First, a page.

Environmental activists on Tuesday sued the U.S. Fish and Wildlife Service, alleging that the agency has failed to protect the beloved Florida manatee in violation of the Endangered Species Act and other federal regulations.
The Center for Biological Diversity, Defenders of Wildlife and the Save the Manatee Club say the federal government’s inaction threatens the survival of the manatee, described as “a large aquatic relative of the elephant.”
More than 1,100 manatees died in Florida in 2021, one of the worst years ever for the gentle, plant-eating mammal. The deaths amounted to about 13% of the Florida manatee’s estimated population.
Excerpts of the lawsuit are below:
Plaintiffs Center for Biological Diversity (Center), Defenders of Wildlife (Defenders), and Save the Manatee Club challenge the unlawfully withheld and/or unreasonably delayed actions by the U.S. Fish and Wildlife Service (FWS) in failing to take final action on Plaintiffs’ “Petition for a Rule to Revise Critical Habitat for the Florida Manatee” dated December 19, 2008 (2008 Petition). In particular, FWS has failed to propose and finalize a regulation to revise the critical habitat designation for the Florida manatee, despite finding in January 2010 that a revision of critical habitat is “warranted” in order to provide for the conservation of the manatee. 75 Fed. Reg. 1574 (Jan. 12, 2010). Critical habitat designation is one of the essential mechanisms embodied in the Endangered Species Act (ESA) for ensuring the survival and effectuating the recovery of imperiled species such as the Florida manatee.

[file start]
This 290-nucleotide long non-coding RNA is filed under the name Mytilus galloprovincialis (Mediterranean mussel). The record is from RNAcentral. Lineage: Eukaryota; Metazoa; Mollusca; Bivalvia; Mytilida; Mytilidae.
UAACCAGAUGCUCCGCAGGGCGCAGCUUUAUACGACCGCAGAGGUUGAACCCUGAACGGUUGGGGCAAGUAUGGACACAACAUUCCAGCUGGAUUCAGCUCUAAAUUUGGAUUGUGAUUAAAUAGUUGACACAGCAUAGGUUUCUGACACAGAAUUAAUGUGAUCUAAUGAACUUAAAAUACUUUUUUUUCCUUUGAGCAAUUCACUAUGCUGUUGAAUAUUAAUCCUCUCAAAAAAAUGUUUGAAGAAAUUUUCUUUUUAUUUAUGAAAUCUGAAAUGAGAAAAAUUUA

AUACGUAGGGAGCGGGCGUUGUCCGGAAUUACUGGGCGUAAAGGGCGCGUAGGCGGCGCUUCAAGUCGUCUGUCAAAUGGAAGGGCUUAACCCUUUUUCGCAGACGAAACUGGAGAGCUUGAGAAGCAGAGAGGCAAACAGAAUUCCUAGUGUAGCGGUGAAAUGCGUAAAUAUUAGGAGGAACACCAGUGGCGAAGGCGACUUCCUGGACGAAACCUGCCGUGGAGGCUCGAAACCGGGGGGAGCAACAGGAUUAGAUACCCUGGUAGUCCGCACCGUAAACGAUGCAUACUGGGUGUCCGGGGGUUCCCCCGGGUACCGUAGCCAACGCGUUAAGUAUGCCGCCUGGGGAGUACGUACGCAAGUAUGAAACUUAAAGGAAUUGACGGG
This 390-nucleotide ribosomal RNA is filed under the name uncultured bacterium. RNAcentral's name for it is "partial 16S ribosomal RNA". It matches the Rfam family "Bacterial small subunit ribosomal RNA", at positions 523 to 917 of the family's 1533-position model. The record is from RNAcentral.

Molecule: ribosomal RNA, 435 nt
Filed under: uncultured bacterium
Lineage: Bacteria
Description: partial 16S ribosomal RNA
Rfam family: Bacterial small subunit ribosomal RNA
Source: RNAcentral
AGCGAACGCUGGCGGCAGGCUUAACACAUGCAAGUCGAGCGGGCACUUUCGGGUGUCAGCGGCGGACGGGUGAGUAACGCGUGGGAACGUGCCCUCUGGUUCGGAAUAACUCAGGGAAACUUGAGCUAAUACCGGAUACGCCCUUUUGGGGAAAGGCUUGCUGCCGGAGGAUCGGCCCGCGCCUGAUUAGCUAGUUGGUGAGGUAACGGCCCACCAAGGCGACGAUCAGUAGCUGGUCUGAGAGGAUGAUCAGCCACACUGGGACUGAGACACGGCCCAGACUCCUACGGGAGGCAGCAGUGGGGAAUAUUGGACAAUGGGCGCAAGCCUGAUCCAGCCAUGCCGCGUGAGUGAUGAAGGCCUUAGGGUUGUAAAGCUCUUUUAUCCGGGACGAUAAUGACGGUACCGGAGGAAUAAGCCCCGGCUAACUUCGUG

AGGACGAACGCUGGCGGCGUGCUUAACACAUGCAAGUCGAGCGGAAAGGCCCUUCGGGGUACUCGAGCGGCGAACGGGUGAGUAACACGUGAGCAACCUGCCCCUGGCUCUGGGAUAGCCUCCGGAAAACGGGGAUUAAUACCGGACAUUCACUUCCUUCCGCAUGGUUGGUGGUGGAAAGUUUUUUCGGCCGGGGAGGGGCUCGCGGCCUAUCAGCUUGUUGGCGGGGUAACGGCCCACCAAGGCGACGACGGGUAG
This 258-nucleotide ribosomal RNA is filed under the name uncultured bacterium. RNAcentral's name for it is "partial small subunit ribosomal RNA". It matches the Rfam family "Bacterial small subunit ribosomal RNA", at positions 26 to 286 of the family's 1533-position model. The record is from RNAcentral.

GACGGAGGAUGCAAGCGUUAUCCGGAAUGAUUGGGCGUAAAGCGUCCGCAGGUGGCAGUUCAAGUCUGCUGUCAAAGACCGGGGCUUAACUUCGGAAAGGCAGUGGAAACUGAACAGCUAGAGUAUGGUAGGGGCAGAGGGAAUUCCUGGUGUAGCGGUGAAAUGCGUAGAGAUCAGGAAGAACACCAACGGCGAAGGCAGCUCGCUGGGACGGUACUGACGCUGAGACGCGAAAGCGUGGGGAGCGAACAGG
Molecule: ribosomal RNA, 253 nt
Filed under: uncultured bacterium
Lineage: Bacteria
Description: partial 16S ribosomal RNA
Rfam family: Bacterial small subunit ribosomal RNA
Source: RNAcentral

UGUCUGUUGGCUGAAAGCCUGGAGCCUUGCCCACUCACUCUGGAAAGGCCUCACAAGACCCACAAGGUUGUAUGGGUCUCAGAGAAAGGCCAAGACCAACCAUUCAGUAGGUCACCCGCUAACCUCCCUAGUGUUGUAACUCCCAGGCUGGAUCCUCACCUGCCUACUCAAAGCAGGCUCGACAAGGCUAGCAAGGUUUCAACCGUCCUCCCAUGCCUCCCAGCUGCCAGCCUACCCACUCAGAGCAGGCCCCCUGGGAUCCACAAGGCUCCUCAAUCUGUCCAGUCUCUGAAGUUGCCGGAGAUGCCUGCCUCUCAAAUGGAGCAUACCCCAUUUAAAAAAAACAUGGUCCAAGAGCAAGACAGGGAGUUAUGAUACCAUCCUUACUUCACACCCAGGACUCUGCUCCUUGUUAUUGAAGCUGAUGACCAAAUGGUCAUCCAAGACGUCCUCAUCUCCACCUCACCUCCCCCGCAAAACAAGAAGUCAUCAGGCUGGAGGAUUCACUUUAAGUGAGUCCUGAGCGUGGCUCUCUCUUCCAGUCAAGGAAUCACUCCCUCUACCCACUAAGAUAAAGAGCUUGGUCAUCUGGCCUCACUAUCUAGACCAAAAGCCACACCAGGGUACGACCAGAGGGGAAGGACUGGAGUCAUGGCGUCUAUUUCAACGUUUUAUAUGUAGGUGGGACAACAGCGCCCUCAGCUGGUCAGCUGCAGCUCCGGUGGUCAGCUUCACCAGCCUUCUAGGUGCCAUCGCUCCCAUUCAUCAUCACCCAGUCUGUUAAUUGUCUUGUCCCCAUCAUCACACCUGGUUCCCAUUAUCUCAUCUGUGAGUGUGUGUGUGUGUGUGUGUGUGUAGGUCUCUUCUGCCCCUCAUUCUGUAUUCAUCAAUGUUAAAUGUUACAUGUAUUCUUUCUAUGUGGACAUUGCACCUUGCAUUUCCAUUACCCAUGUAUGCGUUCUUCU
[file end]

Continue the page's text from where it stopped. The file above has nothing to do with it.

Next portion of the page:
The Florida manatee (Trichechus manatus latirostris) was listed in the first class of endangered species in 1967 under the Endangered Species Preservation Act, the forerunner to the ESA. FWS designated critical habitat for the manatee in 1976, delineating waterways in Florida that were known to be important concentration areas for manatees at that time.
On December 19, 2008, the Center, Defenders, and Save the Manatee Club petitioned FWS under the Administrative Procedure Act (APA) and ESA to undertake a rulemaking to revise critical habitat for the Florida manatee because, during the preceding three decades, Congress and FWS had changed the meaning of critical habitat, the original critical habitat designation lacked elements required by those changes, and new scientific information existed regarding where and how manatees used habitat since the designation.
Meanwhile, Florida manatees and their habitat continue to face dire and imminent threats, including the loss of warm-water refuges and poor water quality that causes persistent harmful algal blooms and a profound loss of seagrass, a crucial food source, leading to mass starvation. Compounding these threats are a growing number of boat strikes and severe weather events caused by climate disruption.
In 2021, more than 1,100 Florida manatees died due to cold-related stress, starvation, boat strikes, and toxic red tides. This reflects approximately 13% of the manatee’s estimated total population and is more than double its five-year annual mortality average.
Given the ever-worsening threats to the Florida manatee and its habitat, and in light of the agency’s obligations to protect this species, FWS’s protracted failures to propose and finalize a regulation to revise critical habitat in response to Plaintiffs’ 2008 Petition constitute agency actions unlawfully withheld and unreasonably delayed in violation of the ESA and APA. Plaintiffs seek declaratory and injunctive relief to remedy these violations, including an order from the Court setting dates certain for FWS to act.